In different parts of the world, the archaic belief that women belong in the house is still pretty much alive. Although there have been many modern women who decided to break the rules and have a career, there are still so many stuck in the norm.
But even those who decided to work are still met with certain difficulties that men don’t go through. Is this the same in the Philippines, where women who work is mostly seen as a normal thing? What are the common challenges modern working Filipinas face at work?
The Balancing Act
Perhaps the main challenge that women face regardless of their career is balancing work with home life. This is especially difficult for women with children and families. Many tend to give up their careers after having kids.
According to a survey, 59% of Filipina women feel like they have missed opportunities for their career because of having kids.
But why is this the case?
It turns out that 55% of the women asked felt like their employers don’t provide them with enough benefits. For one, employers don’t offer as much parental leave as required by the law. Additionally, a staggering 49% of the participants also said the employee benefits for mothers are not enough.
With that, many women feel like there is an ultimatum hanging over their heads. Do they continue working to achieve higher income and risk missing important events in their children’s lives? Or stop working and pursuing their careers to become a full-time mother?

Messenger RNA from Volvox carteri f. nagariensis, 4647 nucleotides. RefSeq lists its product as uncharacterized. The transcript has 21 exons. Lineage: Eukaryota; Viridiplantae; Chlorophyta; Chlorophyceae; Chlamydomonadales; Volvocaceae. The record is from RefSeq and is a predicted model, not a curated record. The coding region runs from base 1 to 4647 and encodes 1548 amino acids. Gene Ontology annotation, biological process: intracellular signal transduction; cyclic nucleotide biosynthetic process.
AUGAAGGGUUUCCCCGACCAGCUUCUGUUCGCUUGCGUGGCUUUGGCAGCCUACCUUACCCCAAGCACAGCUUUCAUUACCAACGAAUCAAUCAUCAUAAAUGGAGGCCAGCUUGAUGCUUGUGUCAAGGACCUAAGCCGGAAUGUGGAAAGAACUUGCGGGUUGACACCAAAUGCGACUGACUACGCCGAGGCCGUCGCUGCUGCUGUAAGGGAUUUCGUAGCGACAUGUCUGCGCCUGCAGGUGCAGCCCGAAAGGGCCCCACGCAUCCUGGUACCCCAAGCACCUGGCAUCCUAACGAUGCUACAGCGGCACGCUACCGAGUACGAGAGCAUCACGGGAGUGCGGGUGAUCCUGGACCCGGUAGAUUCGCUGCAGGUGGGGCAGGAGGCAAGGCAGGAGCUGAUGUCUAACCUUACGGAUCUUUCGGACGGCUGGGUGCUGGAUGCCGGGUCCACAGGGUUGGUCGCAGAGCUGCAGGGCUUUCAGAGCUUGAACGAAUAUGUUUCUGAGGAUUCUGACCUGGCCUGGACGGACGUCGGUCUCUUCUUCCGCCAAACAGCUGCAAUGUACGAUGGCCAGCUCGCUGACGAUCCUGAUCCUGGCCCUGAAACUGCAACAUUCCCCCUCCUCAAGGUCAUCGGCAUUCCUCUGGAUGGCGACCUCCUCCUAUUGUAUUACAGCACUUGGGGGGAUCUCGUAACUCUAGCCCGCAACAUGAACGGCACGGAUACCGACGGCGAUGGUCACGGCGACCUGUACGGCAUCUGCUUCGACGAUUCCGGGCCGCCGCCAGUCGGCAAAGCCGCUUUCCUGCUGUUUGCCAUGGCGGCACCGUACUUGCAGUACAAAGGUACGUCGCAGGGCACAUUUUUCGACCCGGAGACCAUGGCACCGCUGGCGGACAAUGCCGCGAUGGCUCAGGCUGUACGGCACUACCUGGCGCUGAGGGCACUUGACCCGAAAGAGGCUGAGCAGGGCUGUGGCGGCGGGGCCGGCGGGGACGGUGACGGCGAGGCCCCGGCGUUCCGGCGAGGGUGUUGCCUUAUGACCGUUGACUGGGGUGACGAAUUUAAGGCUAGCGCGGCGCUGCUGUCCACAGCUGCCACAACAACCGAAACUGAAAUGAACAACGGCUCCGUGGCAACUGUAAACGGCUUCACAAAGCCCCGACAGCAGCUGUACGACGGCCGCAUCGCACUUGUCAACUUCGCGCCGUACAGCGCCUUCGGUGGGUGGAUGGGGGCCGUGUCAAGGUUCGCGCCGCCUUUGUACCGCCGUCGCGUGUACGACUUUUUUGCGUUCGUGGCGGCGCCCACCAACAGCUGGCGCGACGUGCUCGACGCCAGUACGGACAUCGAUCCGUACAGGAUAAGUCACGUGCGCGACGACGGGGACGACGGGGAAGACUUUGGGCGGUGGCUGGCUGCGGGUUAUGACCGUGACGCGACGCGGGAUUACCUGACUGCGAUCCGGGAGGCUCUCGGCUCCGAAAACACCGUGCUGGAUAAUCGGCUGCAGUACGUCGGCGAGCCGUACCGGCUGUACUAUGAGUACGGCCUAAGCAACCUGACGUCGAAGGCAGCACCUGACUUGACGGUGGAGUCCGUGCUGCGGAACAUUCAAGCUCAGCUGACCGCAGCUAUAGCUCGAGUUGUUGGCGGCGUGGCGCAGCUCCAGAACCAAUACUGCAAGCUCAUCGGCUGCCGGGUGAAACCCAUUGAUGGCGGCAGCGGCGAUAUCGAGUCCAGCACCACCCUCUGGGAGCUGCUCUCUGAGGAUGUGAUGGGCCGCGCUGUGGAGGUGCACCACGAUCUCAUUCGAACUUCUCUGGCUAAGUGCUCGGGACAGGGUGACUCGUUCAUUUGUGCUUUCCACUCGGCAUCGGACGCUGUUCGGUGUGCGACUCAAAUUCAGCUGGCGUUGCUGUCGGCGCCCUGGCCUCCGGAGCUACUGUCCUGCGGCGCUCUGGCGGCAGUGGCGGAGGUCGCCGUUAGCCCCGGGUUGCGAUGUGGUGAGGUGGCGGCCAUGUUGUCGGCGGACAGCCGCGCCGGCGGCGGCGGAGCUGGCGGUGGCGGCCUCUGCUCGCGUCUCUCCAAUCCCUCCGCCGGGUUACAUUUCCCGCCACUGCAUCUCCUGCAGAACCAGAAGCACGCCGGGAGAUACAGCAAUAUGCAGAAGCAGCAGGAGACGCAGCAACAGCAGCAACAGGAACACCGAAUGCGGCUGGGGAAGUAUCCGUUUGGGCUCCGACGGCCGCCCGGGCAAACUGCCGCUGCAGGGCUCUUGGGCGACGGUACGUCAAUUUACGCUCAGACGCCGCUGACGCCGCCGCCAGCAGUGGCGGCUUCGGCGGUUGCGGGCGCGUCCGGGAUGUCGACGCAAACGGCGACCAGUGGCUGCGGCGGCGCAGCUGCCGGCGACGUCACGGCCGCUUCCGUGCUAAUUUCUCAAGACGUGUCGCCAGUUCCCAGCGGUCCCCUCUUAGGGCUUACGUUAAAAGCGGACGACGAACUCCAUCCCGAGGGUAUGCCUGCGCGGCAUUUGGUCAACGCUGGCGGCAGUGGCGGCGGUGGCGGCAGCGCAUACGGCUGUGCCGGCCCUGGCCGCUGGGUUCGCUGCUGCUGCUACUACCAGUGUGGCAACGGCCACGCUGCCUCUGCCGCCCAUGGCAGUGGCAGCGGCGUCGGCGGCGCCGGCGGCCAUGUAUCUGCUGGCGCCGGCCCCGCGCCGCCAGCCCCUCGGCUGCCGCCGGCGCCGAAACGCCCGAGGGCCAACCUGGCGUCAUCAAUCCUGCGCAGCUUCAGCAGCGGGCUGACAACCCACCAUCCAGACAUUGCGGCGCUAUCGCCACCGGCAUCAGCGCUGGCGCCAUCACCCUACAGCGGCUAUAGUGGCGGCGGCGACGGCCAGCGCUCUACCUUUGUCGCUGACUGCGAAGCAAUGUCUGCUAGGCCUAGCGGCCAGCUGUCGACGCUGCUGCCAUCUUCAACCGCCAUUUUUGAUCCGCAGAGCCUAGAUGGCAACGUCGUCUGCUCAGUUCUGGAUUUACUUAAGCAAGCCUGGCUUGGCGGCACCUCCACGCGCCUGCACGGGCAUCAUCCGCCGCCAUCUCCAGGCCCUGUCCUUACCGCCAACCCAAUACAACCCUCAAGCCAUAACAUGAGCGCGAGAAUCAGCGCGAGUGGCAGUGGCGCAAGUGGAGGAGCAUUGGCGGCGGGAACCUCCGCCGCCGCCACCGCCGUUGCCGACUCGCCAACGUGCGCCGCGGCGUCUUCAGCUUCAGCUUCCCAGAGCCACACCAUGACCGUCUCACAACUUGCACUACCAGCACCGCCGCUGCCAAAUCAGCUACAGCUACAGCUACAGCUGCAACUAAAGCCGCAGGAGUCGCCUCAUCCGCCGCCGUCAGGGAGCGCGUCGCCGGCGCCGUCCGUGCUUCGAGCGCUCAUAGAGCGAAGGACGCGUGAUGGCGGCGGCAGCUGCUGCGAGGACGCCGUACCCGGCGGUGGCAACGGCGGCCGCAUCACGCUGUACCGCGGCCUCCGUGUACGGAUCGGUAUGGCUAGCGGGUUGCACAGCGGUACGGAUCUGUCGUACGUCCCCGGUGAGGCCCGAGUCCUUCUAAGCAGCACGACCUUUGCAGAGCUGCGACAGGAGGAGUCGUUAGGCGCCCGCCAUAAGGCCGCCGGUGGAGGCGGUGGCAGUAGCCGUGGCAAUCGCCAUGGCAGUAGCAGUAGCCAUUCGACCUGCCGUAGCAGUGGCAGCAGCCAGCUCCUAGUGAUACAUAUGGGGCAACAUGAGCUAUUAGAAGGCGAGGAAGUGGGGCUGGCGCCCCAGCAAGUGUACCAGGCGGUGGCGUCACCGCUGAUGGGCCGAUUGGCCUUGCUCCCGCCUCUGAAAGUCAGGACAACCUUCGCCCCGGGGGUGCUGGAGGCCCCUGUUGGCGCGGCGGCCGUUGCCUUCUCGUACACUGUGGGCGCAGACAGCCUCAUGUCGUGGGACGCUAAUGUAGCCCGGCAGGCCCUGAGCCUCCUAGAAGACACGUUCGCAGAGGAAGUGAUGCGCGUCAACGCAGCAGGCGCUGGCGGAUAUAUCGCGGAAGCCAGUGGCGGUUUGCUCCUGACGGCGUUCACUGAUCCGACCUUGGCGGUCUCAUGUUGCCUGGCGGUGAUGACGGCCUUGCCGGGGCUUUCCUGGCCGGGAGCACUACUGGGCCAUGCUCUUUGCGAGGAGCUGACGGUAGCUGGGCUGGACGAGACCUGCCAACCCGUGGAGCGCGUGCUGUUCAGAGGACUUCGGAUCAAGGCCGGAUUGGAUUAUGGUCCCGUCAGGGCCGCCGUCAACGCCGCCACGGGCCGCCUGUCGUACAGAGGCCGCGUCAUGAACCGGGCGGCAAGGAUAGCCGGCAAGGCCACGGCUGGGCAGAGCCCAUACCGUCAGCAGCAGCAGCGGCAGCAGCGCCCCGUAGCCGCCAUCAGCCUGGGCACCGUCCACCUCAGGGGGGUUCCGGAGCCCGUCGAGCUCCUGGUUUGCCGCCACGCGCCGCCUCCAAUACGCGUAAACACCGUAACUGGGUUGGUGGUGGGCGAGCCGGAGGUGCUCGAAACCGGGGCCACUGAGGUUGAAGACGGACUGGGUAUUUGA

Filipinos have always been close to their families. So, unfortunately, many Filipina women tend to choose the latter.
Lack of Special Leaves
Not many Filipina know their rights under the Philippine law–and many employers don’t either. Under the Magna Carta for women law, Filipinas are entitled to special leaves for their reproductive health. These leaves are perhaps the lacking benefits that many employers don’t have.
According to this law, every Filipina woman who is working in both public and private sectors should be given a paid break if they undergo gynecological surgeries. They shall be entitled to up to two months of paid special leave as they recuperate.
It is applicable for any surgery for any gynecological disorders. You can look for a complete list of these health issues online, or ask your physician.
Of course, there are specific requirements that should be met.
For those working in the private sector, you should have done six months of complete work 12 months before the surgery. You should also file a note for special leave before the expected date of the operation. Make sure you also have a medical certificate from a certified physician.
Discrimination at Work
Unfortunately, Filipino women are among those who still feel discriminated against at work because of their gender. There’s an alarming rate of 76% of women who experience this daily. It’s prevalent all around the world and is still one of the many problems every working woman has to face.
Women are very much capable of working and building a career. But even in a country like the Philippines where it’s normal to see Filipinas at work and thriving, challenges and discrimination could still occur. Good thing, Filipinas have rights and can fight for them if necessary.